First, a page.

I often say the North East is not a problem for the UK to solve but a massive opportunity for growth. We have so much to offer that could really boost the whole economy from tremendous tourism destinations to global scientific excellence.
One of the factors that is at the root of what has held us back historically, is the totally disproportionate level of funding per head that goes to different parts of the UK on everything from culture to transport. This has to be addressed, particularly following the experience of the pandemic which has impacted our region more than most.
We had been making some small gains and narrowing the gap between ourselves and the rest of the country before Covid. These tiny pieces of progress have been wiped out and will need additional support to be reinvigorated and deliver for the future.
Let me be clear about the extent of support we need to be completely ‘levelled up’.
Firstly, Health. Our region’s poor statistics on life expectancy, due in part, to our industrial heritage, has impacted heavily on our elderly generation. Covid has hit many communities extremely hard – there were too many existing health conditions which were exacerbated by the virus.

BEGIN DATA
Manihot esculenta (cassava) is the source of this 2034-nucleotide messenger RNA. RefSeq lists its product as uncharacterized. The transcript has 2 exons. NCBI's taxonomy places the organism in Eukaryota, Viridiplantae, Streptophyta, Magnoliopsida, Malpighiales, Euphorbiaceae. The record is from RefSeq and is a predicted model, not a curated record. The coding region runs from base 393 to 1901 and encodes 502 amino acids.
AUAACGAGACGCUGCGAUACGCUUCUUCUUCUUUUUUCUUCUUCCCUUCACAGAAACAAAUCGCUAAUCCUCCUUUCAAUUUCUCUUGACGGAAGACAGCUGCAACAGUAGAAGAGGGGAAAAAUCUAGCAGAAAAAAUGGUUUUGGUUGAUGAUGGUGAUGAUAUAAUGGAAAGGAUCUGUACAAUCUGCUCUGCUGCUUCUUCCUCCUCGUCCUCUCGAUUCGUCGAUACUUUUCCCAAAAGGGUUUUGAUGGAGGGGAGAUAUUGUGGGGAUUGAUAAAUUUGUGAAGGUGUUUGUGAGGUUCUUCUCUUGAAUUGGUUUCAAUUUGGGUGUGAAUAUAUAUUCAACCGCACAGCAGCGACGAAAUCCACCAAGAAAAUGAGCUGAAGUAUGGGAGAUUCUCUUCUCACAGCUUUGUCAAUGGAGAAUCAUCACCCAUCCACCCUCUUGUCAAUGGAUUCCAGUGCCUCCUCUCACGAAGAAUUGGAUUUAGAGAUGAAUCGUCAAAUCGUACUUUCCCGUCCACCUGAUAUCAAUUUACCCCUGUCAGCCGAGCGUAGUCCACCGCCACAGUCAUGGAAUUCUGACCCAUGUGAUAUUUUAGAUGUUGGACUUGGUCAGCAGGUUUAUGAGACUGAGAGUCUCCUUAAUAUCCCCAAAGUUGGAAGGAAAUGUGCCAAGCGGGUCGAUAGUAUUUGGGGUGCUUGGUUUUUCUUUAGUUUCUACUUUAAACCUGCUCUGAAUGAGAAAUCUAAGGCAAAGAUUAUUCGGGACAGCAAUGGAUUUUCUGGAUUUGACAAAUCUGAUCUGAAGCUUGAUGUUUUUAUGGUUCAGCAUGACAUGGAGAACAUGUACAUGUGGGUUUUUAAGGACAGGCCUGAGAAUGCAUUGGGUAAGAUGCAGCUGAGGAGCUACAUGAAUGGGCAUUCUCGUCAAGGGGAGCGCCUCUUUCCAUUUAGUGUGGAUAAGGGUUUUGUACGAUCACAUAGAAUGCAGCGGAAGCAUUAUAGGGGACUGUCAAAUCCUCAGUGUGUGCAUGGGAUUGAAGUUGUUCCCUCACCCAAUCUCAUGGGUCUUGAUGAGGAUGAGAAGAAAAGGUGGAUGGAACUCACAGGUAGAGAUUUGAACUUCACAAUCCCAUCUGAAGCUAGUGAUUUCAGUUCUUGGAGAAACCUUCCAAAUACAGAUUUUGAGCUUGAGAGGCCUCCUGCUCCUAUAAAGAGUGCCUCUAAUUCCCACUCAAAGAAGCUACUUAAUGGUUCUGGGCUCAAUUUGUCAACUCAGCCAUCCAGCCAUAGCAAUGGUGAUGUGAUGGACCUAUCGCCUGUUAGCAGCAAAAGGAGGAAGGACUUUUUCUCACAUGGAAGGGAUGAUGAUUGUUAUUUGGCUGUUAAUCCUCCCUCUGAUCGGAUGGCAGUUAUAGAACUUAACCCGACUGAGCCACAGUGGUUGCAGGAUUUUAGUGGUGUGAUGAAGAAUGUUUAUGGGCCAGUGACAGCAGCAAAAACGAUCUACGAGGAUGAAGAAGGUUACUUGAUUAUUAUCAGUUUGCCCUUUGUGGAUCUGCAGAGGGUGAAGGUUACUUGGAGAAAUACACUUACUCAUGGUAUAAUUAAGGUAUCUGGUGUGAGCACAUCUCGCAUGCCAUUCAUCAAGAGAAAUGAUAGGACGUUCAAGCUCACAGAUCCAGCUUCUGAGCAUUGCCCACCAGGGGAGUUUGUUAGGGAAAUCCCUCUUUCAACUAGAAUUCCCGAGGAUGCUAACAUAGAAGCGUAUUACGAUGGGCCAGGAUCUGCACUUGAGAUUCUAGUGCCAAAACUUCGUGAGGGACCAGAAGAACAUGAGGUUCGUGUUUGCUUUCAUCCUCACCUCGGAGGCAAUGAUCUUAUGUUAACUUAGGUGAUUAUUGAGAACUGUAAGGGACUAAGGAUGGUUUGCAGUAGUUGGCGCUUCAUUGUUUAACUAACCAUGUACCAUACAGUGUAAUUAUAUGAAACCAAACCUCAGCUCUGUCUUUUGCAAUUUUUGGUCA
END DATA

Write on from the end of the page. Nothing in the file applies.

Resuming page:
Secondly, Employment. The figures paint a picture of our region which show that we are not going in as positive a direction as the rest of the country, or as quickly. We had the highest rate of unemployment before the pandemic and it has deteriorated since.
Thirdly, Transport Infrastructure. Many of our members’ business success is reliant on efficient transport regionally, nationally and (in normal times) internationally. It has been written about many times but it is worth stating again. Our East Coast Main Line, for example, is not fit for purpose.
It is Victorian infrastructure which is badly in need of replacement. Victorian! It was built before even our great-grandparents were probably using the trains. The problem with this creaking system is that it hasn’t enough capacity for the busy passenger and freight traffic which relies on it today. There is only one track in each direction. Slow freight is forced to make way for faster passenger trains, where there is the space for them to do so. Antiquated doesn’t begin to cover it.
In the North East we have an exceptional track record in international trade. In fact, before Brexit, we were the only region with a positive balance of trade. Unfortunately, due to the lack of preparation by Government and the late hour Brexit agreement, our exporters have been severely affected by mountains of red tape and delays, with no perceptible advantages.
Despite all this, the Chamber view, representing over 2,500 members, is that we certainly deserve levelling up but that, with the right support, we have the potential to fly and become a true economic powerhouse second to none.
About the Author: James Ramsbotham is the chief executive of the North East England Chamber of Commerce